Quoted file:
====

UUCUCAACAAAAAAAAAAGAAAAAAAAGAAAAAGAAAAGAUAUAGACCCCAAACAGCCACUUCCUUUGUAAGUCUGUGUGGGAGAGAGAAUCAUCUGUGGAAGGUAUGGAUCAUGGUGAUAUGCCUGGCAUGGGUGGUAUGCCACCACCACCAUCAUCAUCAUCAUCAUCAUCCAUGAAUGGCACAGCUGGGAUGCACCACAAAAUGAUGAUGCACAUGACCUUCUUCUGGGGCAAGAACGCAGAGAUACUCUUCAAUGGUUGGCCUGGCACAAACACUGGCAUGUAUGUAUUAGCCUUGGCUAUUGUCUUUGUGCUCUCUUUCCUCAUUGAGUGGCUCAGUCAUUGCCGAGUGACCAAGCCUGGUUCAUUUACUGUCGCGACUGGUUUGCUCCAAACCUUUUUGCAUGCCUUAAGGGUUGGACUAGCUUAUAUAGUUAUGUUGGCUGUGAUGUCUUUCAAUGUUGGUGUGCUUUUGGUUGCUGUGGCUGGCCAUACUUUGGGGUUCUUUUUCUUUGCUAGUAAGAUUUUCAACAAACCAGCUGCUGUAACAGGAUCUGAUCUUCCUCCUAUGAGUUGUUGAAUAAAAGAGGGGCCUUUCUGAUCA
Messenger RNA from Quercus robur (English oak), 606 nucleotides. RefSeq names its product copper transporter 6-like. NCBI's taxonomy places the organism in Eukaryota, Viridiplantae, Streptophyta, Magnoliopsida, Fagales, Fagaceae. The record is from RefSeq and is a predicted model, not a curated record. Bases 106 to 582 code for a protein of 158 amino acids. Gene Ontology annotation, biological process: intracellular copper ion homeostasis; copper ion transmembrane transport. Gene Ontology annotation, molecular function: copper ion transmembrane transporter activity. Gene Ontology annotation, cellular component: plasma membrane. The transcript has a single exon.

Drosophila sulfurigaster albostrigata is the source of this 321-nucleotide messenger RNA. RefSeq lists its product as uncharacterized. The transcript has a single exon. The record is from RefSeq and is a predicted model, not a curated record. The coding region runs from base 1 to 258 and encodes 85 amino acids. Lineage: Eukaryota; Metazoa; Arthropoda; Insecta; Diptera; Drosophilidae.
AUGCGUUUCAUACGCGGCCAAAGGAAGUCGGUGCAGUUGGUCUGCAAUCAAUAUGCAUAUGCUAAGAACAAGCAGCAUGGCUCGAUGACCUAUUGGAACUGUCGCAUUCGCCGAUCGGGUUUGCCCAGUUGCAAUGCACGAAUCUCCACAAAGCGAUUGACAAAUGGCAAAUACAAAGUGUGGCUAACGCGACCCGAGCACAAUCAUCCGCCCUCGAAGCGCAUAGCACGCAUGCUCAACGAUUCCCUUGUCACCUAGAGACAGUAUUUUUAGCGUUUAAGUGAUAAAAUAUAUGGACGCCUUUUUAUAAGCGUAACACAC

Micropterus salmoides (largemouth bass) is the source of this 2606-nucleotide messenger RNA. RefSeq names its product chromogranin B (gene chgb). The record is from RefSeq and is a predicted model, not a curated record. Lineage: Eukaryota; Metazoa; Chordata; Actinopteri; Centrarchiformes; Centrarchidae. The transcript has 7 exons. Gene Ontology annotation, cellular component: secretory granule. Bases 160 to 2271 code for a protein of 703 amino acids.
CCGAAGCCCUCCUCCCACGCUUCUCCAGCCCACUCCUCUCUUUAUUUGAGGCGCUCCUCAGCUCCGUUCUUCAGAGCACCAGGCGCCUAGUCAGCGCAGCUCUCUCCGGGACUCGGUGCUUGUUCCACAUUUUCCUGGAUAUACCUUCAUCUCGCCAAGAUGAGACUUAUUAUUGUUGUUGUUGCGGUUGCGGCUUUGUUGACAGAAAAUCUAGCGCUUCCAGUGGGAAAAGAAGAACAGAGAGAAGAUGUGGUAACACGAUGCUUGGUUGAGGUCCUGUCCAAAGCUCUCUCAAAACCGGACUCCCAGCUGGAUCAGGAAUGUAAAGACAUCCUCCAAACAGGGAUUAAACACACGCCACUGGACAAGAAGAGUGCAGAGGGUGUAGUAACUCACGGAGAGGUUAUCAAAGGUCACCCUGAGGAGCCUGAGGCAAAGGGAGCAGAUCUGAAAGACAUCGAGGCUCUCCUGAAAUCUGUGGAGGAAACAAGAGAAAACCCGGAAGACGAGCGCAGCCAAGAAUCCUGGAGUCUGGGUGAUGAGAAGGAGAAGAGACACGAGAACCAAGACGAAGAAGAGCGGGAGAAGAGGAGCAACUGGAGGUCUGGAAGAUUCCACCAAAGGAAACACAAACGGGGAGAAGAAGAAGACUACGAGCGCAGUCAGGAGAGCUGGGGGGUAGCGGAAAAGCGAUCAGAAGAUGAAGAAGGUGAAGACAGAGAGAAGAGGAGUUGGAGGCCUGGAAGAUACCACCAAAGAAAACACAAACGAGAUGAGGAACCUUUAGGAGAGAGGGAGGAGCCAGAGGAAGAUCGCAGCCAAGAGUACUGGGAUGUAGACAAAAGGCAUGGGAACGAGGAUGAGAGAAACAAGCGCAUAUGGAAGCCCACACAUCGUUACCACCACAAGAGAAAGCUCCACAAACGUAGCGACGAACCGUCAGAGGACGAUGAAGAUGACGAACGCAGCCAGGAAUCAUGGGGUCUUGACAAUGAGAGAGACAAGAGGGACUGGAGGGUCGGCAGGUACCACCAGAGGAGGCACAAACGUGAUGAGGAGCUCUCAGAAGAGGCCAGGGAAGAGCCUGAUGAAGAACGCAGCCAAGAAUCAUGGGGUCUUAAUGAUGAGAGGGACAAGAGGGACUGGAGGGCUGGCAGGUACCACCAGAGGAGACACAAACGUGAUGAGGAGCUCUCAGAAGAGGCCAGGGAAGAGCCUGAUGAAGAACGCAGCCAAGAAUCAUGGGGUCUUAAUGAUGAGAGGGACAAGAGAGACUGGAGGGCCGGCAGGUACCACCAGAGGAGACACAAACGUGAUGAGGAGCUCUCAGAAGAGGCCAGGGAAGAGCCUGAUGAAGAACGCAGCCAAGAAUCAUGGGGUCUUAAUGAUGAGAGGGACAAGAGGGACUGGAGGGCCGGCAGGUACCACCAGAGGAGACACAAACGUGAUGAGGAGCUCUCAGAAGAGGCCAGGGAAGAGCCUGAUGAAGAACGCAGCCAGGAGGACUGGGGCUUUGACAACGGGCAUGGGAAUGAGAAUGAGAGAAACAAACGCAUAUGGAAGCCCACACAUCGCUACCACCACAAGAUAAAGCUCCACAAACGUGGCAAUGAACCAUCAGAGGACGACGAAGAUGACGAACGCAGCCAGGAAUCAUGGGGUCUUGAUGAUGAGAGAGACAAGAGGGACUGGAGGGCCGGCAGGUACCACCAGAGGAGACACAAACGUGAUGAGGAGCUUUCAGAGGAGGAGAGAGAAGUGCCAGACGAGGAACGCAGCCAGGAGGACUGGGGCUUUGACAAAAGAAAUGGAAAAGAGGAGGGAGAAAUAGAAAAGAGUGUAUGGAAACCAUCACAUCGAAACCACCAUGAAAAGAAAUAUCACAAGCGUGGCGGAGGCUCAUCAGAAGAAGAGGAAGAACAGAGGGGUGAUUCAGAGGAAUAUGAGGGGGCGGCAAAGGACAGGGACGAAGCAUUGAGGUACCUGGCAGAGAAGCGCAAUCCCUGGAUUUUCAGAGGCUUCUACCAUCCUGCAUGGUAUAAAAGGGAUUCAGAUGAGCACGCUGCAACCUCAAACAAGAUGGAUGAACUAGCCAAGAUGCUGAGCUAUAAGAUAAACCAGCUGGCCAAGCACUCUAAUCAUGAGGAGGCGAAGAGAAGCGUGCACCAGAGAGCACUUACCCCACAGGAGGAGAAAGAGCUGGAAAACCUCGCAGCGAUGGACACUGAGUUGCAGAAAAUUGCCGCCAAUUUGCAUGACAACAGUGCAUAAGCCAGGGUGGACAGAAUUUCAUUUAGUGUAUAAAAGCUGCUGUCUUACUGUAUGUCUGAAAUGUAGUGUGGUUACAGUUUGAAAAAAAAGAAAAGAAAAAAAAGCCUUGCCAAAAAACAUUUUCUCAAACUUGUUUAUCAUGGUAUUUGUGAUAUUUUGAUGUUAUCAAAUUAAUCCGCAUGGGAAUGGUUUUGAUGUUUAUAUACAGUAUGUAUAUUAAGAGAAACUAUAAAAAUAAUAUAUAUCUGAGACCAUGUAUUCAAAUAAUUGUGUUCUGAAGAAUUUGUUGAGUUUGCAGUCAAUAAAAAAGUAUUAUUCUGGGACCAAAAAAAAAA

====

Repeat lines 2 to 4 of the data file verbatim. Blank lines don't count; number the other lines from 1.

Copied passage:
Messenger RNA from Quercus robur (English oak), 606 nucleotides. RefSeq names its product copper transporter 6-like. NCBI's taxonomy places the organism in Eukaryota, Viridiplantae, Streptophyta, Magnoliopsida, Fagales, Fagaceae. The record is from RefSeq and is a predicted model, not a curated record. Bases 106 to 582 code for a protein of 158 amino acids. Gene Ontology annotation, biological process: intracellular copper ion homeostasis; copper ion transmembrane transport. Gene Ontology annotation, molecular function: copper ion transmembrane transporter activity. Gene Ontology annotation, cellular component: plasma membrane. The transcript has a single exon.

Drosophila sulfurigaster albostrigata is the source of this 321-nucleotide messenger RNA. RefSeq lists its product as uncharacterized. The transcript has a single exon. The record is from RefSeq and is a predicted model, not a curated record. The coding region runs from base 1 to 258 and encodes 85 amino acids. Lineage: Eukaryota; Metazoa; Arthropoda; Insecta; Diptera; Drosophilidae.
AUGCGUUUCAUACGCGGCCAAAGGAAGUCGGUGCAGUUGGUCUGCAAUCAAUAUGCAUAUGCUAAGAACAAGCAGCAUGGCUCGAUGACCUAUUGGAACUGUCGCAUUCGCCGAUCGGGUUUGCCCAGUUGCAAUGCACGAAUCUCCACAAAGCGAUUGACAAAUGGCAAAUACAAAGUGUGGCUAACGCGACCCGAGCACAAUCAUCCGCCCUCGAAGCGCAUAGCACGCAUGCUCAACGAUUCCCUUGUCACCUAGAGACAGUAUUUUUAGCGUUUAAGUGAUAAAAUAUAUGGACGCCUUUUUAUAAGCGUAACACAC